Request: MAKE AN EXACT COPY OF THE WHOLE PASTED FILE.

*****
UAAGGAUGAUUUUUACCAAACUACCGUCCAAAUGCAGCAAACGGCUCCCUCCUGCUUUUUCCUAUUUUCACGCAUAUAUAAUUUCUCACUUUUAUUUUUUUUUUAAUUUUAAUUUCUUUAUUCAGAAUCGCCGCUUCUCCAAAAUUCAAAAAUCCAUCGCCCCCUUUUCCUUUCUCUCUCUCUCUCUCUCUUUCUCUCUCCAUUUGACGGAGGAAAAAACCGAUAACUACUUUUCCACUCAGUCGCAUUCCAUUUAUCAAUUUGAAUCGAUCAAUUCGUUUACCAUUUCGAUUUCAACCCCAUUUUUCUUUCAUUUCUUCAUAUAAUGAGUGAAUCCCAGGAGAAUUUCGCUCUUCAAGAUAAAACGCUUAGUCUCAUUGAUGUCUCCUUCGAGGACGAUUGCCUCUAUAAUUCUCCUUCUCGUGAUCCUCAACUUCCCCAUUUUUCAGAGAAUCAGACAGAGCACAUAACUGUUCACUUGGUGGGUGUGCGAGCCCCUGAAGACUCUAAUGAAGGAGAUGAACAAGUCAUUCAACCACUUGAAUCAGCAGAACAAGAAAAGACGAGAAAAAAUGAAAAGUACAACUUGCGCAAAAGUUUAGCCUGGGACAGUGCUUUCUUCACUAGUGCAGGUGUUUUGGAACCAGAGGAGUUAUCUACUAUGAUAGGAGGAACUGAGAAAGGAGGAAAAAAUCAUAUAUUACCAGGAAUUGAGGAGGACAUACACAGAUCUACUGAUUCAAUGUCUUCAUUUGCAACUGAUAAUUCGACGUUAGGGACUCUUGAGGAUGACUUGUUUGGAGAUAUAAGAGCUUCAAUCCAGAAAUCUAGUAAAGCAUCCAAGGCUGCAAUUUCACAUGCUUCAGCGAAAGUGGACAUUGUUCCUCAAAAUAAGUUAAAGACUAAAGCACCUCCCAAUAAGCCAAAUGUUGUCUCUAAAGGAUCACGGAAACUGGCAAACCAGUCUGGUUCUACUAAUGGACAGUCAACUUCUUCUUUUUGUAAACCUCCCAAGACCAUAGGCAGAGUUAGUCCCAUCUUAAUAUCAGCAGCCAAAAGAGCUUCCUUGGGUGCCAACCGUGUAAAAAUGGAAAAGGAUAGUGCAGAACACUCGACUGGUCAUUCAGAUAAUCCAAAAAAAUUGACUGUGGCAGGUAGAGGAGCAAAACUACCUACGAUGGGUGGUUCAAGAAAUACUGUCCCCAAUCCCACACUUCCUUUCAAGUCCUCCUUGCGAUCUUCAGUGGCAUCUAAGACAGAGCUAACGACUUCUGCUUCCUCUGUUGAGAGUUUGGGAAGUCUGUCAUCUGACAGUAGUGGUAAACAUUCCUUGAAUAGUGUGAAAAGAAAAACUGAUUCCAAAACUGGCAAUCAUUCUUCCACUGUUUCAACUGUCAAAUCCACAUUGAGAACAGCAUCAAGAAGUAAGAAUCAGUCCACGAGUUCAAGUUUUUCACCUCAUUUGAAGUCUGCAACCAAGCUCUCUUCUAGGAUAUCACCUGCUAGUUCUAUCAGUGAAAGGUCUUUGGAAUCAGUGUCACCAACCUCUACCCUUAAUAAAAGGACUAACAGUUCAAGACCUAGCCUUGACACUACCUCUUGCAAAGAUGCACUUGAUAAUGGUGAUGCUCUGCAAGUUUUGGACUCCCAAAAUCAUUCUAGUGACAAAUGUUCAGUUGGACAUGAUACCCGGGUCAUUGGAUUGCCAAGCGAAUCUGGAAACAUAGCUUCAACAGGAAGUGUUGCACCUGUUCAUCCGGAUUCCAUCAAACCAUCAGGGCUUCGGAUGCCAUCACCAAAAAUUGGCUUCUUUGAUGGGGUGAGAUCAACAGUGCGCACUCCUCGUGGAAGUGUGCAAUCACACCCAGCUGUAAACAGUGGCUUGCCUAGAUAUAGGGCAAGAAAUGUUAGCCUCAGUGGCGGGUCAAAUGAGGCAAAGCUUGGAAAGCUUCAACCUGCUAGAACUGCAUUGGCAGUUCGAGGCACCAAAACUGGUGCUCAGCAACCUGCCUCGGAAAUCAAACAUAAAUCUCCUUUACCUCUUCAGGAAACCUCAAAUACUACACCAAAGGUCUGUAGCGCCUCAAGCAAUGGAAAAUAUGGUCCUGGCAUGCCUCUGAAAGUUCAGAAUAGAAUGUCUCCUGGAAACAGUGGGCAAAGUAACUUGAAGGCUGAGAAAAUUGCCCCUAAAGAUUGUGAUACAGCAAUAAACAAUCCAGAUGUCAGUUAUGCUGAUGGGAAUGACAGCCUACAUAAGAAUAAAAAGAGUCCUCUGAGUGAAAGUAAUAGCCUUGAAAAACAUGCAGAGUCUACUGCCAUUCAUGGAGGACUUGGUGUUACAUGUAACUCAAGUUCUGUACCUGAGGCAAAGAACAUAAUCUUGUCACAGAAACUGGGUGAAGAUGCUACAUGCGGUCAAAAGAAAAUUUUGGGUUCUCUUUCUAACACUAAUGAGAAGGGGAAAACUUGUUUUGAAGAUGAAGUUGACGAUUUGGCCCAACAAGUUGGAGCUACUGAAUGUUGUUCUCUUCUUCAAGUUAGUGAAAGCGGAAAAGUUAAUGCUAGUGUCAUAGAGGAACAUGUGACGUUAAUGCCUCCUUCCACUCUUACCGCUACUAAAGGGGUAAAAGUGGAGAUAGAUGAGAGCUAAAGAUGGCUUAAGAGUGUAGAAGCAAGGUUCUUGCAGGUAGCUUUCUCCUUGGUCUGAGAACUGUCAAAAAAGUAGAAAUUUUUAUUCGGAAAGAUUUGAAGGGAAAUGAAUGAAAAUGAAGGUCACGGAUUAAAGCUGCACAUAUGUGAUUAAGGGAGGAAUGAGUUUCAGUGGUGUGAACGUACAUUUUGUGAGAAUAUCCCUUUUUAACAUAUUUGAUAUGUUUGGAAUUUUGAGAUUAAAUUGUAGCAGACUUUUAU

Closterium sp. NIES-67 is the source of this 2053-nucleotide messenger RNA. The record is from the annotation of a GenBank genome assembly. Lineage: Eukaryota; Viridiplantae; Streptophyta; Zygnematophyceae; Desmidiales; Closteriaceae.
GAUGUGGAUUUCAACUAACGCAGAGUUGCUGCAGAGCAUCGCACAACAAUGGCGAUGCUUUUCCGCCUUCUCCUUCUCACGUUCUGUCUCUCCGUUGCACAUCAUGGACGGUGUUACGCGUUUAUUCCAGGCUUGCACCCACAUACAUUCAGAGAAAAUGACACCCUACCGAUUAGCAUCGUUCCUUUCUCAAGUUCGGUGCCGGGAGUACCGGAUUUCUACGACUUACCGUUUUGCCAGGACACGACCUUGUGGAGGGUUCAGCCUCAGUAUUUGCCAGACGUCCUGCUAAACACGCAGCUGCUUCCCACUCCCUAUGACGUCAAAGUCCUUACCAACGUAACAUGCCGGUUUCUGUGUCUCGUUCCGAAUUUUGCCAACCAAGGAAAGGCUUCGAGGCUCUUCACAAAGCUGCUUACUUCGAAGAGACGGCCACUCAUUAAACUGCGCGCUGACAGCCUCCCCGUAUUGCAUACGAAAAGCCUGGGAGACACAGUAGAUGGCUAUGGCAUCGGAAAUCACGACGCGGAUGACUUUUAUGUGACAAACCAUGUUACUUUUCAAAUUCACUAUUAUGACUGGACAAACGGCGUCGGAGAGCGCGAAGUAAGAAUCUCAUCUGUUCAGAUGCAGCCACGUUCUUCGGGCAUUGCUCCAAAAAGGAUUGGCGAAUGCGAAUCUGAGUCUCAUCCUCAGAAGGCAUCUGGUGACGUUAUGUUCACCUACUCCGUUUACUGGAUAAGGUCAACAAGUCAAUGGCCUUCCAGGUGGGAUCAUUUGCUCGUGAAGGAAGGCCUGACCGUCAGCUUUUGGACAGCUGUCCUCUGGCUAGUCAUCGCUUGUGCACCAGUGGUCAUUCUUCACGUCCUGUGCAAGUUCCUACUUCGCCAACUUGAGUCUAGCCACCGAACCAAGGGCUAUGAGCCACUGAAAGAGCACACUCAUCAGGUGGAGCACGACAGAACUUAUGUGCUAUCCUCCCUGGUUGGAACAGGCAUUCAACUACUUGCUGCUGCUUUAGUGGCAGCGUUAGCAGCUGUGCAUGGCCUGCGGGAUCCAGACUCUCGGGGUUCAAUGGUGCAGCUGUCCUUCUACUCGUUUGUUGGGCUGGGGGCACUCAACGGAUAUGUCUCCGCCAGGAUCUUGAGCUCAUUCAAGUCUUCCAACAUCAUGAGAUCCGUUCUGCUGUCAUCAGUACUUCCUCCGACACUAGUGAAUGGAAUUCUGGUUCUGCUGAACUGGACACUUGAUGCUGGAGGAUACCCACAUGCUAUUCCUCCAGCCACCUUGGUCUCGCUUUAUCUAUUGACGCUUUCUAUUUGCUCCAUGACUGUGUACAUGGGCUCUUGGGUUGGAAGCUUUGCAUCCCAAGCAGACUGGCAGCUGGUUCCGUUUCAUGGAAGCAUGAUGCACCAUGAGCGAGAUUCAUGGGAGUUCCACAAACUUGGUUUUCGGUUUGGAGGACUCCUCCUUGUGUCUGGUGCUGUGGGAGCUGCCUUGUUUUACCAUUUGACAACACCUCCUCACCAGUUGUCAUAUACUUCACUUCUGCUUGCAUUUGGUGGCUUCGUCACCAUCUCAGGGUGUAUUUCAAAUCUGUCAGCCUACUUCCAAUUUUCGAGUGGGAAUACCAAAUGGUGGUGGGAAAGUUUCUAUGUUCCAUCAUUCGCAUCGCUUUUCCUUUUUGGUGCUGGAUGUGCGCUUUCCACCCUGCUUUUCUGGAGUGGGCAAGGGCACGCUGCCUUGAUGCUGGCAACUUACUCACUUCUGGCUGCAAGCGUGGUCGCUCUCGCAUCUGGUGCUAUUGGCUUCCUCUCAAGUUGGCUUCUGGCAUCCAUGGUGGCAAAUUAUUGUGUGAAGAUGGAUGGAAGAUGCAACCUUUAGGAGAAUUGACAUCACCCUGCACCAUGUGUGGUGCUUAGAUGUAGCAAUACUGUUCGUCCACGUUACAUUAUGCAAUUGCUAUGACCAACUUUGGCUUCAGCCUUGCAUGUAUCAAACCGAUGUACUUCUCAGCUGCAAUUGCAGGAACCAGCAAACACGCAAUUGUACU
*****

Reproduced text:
UAAGGAUGAUUUUUACCAAACUACCGUCCAAAUGCAGCAAACGGCUCCCUCCUGCUUUUUCCUAUUUUCACGCAUAUAUAAUUUCUCACUUUUAUUUUUUUUUUAAUUUUAAUUUCUUUAUUCAGAAUCGCCGCUUCUCCAAAAUUCAAAAAUCCAUCGCCCCCUUUUCCUUUCUCUCUCUCUCUCUCUCUUUCUCUCUCCAUUUGACGGAGGAAAAAACCGAUAACUACUUUUCCACUCAGUCGCAUUCCAUUUAUCAAUUUGAAUCGAUCAAUUCGUUUACCAUUUCGAUUUCAACCCCAUUUUUCUUUCAUUUCUUCAUAUAAUGAGUGAAUCCCAGGAGAAUUUCGCUCUUCAAGAUAAAACGCUUAGUCUCAUUGAUGUCUCCUUCGAGGACGAUUGCCUCUAUAAUUCUCCUUCUCGUGAUCCUCAACUUCCCCAUUUUUCAGAGAAUCAGACAGAGCACAUAACUGUUCACUUGGUGGGUGUGCGAGCCCCUGAAGACUCUAAUGAAGGAGAUGAACAAGUCAUUCAACCACUUGAAUCAGCAGAACAAGAAAAGACGAGAAAAAAUGAAAAGUACAACUUGCGCAAAAGUUUAGCCUGGGACAGUGCUUUCUUCACUAGUGCAGGUGUUUUGGAACCAGAGGAGUUAUCUACUAUGAUAGGAGGAACUGAGAAAGGAGGAAAAAAUCAUAUAUUACCAGGAAUUGAGGAGGACAUACACAGAUCUACUGAUUCAAUGUCUUCAUUUGCAACUGAUAAUUCGACGUUAGGGACUCUUGAGGAUGACUUGUUUGGAGAUAUAAGAGCUUCAAUCCAGAAAUCUAGUAAAGCAUCCAAGGCUGCAAUUUCACAUGCUUCAGCGAAAGUGGACAUUGUUCCUCAAAAUAAGUUAAAGACUAAAGCACCUCCCAAUAAGCCAAAUGUUGUCUCUAAAGGAUCACGGAAACUGGCAAACCAGUCUGGUUCUACUAAUGGACAGUCAACUUCUUCUUUUUGUAAACCUCCCAAGACCAUAGGCAGAGUUAGUCCCAUCUUAAUAUCAGCAGCCAAAAGAGCUUCCUUGGGUGCCAACCGUGUAAAAAUGGAAAAGGAUAGUGCAGAACACUCGACUGGUCAUUCAGAUAAUCCAAAAAAAUUGACUGUGGCAGGUAGAGGAGCAAAACUACCUACGAUGGGUGGUUCAAGAAAUACUGUCCCCAAUCCCACACUUCCUUUCAAGUCCUCCUUGCGAUCUUCAGUGGCAUCUAAGACAGAGCUAACGACUUCUGCUUCCUCUGUUGAGAGUUUGGGAAGUCUGUCAUCUGACAGUAGUGGUAAACAUUCCUUGAAUAGUGUGAAAAGAAAAACUGAUUCCAAAACUGGCAAUCAUUCUUCCACUGUUUCAACUGUCAAAUCCACAUUGAGAACAGCAUCAAGAAGUAAGAAUCAGUCCACGAGUUCAAGUUUUUCACCUCAUUUGAAGUCUGCAACCAAGCUCUCUUCUAGGAUAUCACCUGCUAGUUCUAUCAGUGAAAGGUCUUUGGAAUCAGUGUCACCAACCUCUACCCUUAAUAAAAGGACUAACAGUUCAAGACCUAGCCUUGACACUACCUCUUGCAAAGAUGCACUUGAUAAUGGUGAUGCUCUGCAAGUUUUGGACUCCCAAAAUCAUUCUAGUGACAAAUGUUCAGUUGGACAUGAUACCCGGGUCAUUGGAUUGCCAAGCGAAUCUGGAAACAUAGCUUCAACAGGAAGUGUUGCACCUGUUCAUCCGGAUUCCAUCAAACCAUCAGGGCUUCGGAUGCCAUCACCAAAAAUUGGCUUCUUUGAUGGGGUGAGAUCAACAGUGCGCACUCCUCGUGGAAGUGUGCAAUCACACCCAGCUGUAAACAGUGGCUUGCCUAGAUAUAGGGCAAGAAAUGUUAGCCUCAGUGGCGGGUCAAAUGAGGCAAAGCUUGGAAAGCUUCAACCUGCUAGAACUGCAUUGGCAGUUCGAGGCACCAAAACUGGUGCUCAGCAACCUGCCUCGGAAAUCAAACAUAAAUCUCCUUUACCUCUUCAGGAAACCUCAAAUACUACACCAAAGGUCUGUAGCGCCUCAAGCAAUGGAAAAUAUGGUCCUGGCAUGCCUCUGAAAGUUCAGAAUAGAAUGUCUCCUGGAAACAGUGGGCAAAGUAACUUGAAGGCUGAGAAAAUUGCCCCUAAAGAUUGUGAUACAGCAAUAAACAAUCCAGAUGUCAGUUAUGCUGAUGGGAAUGACAGCCUACAUAAGAAUAAAAAGAGUCCUCUGAGUGAAAGUAAUAGCCUUGAAAAACAUGCAGAGUCUACUGCCAUUCAUGGAGGACUUGGUGUUACAUGUAACUCAAGUUCUGUACCUGAGGCAAAGAACAUAAUCUUGUCACAGAAACUGGGUGAAGAUGCUACAUGCGGUCAAAAGAAAAUUUUGGGUUCUCUUUCUAACACUAAUGAGAAGGGGAAAACUUGUUUUGAAGAUGAAGUUGACGAUUUGGCCCAACAAGUUGGAGCUACUGAAUGUUGUUCUCUUCUUCAAGUUAGUGAAAGCGGAAAAGUUAAUGCUAGUGUCAUAGAGGAACAUGUGACGUUAAUGCCUCCUUCCACUCUUACCGCUACUAAAGGGGUAAAAGUGGAGAUAGAUGAGAGCUAAAGAUGGCUUAAGAGUGUAGAAGCAAGGUUCUUGCAGGUAGCUUUCUCCUUGGUCUGAGAACUGUCAAAAAAGUAGAAAUUUUUAUUCGGAAAGAUUUGAAGGGAAAUGAAUGAAAAUGAAGGUCACGGAUUAAAGCUGCACAUAUGUGAUUAAGGGAGGAAUGAGUUUCAGUGGUGUGAACGUACAUUUUGUGAGAAUAUCCCUUUUUAACAUAUUUGAUAUGUUUGGAAUUUUGAGAUUAAAUUGUAGCAGACUUUUAU

Closterium sp. NIES-67 is the source of this 2053-nucleotide messenger RNA. The record is from the annotation of a GenBank genome assembly. Lineage: Eukaryota; Viridiplantae; Streptophyta; Zygnematophyceae; Desmidiales; Closteriaceae.
GAUGUGGAUUUCAACUAACGCAGAGUUGCUGCAGAGCAUCGCACAACAAUGGCGAUGCUUUUCCGCCUUCUCCUUCUCACGUUCUGUCUCUCCGUUGCACAUCAUGGACGGUGUUACGCGUUUAUUCCAGGCUUGCACCCACAUACAUUCAGAGAAAAUGACACCCUACCGAUUAGCAUCGUUCCUUUCUCAAGUUCGGUGCCGGGAGUACCGGAUUUCUACGACUUACCGUUUUGCCAGGACACGACCUUGUGGAGGGUUCAGCCUCAGUAUUUGCCAGACGUCCUGCUAAACACGCAGCUGCUUCCCACUCCCUAUGACGUCAAAGUCCUUACCAACGUAACAUGCCGGUUUCUGUGUCUCGUUCCGAAUUUUGCCAACCAAGGAAAGGCUUCGAGGCUCUUCACAAAGCUGCUUACUUCGAAGAGACGGCCACUCAUUAAACUGCGCGCUGACAGCCUCCCCGUAUUGCAUACGAAAAGCCUGGGAGACACAGUAGAUGGCUAUGGCAUCGGAAAUCACGACGCGGAUGACUUUUAUGUGACAAACCAUGUUACUUUUCAAAUUCACUAUUAUGACUGGACAAACGGCGUCGGAGAGCGCGAAGUAAGAAUCUCAUCUGUUCAGAUGCAGCCACGUUCUUCGGGCAUUGCUCCAAAAAGGAUUGGCGAAUGCGAAUCUGAGUCUCAUCCUCAGAAGGCAUCUGGUGACGUUAUGUUCACCUACUCCGUUUACUGGAUAAGGUCAACAAGUCAAUGGCCUUCCAGGUGGGAUCAUUUGCUCGUGAAGGAAGGCCUGACCGUCAGCUUUUGGACAGCUGUCCUCUGGCUAGUCAUCGCUUGUGCACCAGUGGUCAUUCUUCACGUCCUGUGCAAGUUCCUACUUCGCCAACUUGAGUCUAGCCACCGAACCAAGGGCUAUGAGCCACUGAAAGAGCACACUCAUCAGGUGGAGCACGACAGAACUUAUGUGCUAUCCUCCCUGGUUGGAACAGGCAUUCAACUACUUGCUGCUGCUUUAGUGGCAGCGUUAGCAGCUGUGCAUGGCCUGCGGGAUCCAGACUCUCGGGGUUCAAUGGUGCAGCUGUCCUUCUACUCGUUUGUUGGGCUGGGGGCACUCAACGGAUAUGUCUCCGCCAGGAUCUUGAGCUCAUUCAAGUCUUCCAACAUCAUGAGAUCCGUUCUGCUGUCAUCAGUACUUCCUCCGACACUAGUGAAUGGAAUUCUGGUUCUGCUGAACUGGACACUUGAUGCUGGAGGAUACCCACAUGCUAUUCCUCCAGCCACCUUGGUCUCGCUUUAUCUAUUGACGCUUUCUAUUUGCUCCAUGACUGUGUACAUGGGCUCUUGGGUUGGAAGCUUUGCAUCCCAAGCAGACUGGCAGCUGGUUCCGUUUCAUGGAAGCAUGAUGCACCAUGAGCGAGAUUCAUGGGAGUUCCACAAACUUGGUUUUCGGUUUGGAGGACUCCUCCUUGUGUCUGGUGCUGUGGGAGCUGCCUUGUUUUACCAUUUGACAACACCUCCUCACCAGUUGUCAUAUACUUCACUUCUGCUUGCAUUUGGUGGCUUCGUCACCAUCUCAGGGUGUAUUUCAAAUCUGUCAGCCUACUUCCAAUUUUCGAGUGGGAAUACCAAAUGGUGGUGGGAAAGUUUCUAUGUUCCAUCAUUCGCAUCGCUUUUCCUUUUUGGUGCUGGAUGUGCGCUUUCCACCCUGCUUUUCUGGAGUGGGCAAGGGCACGCUGCCUUGAUGCUGGCAACUUACUCACUUCUGGCUGCAAGCGUGGUCGCUCUCGCAUCUGGUGCUAUUGGCUUCCUCUCAAGUUGGCUUCUGGCAUCCAUGGUGGCAAAUUAUUGUGUGAAGAUGGAUGGAAGAUGCAACCUUUAGGAGAAUUGACAUCACCCUGCACCAUGUGUGGUGCUUAGAUGUAGCAAUACUGUUCGUCCACGUUACAUUAUGCAAUUGCUAUGACCAACUUUGGCUUCAGCCUUGCAUGUAUCAAACCGAUGUACUUCUCAGCUGCAAUUGCAGGAACCAGCAAACACGCAAUUGUACU